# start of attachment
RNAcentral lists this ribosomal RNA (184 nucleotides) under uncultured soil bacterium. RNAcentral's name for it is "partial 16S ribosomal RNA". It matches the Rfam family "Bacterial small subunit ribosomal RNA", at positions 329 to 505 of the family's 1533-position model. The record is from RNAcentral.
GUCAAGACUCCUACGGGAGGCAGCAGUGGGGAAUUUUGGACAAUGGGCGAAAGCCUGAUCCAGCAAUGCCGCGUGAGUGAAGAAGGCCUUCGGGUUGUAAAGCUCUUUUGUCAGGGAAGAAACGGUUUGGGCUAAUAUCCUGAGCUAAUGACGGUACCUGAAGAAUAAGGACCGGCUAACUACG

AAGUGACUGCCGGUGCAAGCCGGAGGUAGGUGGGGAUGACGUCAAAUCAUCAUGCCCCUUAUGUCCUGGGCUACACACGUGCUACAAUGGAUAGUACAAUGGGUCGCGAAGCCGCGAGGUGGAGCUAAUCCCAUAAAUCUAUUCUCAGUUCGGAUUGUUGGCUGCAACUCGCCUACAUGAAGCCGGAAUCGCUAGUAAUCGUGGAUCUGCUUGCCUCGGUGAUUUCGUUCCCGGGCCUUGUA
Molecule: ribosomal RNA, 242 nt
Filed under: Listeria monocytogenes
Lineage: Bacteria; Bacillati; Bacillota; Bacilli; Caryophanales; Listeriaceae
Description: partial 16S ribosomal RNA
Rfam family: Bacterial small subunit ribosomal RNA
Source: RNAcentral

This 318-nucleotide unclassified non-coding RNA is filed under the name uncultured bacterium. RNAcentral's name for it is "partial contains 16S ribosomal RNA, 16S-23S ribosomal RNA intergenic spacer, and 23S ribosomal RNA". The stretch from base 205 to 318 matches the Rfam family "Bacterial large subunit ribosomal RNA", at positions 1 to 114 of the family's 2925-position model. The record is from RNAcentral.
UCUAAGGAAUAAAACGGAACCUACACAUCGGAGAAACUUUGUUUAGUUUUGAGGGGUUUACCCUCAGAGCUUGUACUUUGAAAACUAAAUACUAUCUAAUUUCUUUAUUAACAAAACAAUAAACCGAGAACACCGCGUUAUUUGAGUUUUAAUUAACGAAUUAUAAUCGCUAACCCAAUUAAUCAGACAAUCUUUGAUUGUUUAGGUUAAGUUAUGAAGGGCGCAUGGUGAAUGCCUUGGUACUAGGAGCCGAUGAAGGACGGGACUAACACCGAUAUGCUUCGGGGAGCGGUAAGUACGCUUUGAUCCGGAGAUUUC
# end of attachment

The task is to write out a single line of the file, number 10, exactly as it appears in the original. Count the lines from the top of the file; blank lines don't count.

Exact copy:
This 318-nucleotide unclassified non-coding RNA is filed under the name uncultured bacterium. RNAcentral's name for it is "partial contains 16S ribosomal RNA, 16S-23S ribosomal RNA intergenic spacer, and 23S ribosomal RNA". The stretch from base 205 to 318 matches the Rfam family "Bacterial large subunit ribosomal RNA", at positions 1 to 114 of the family's 2925-position model. The record is from RNAcentral.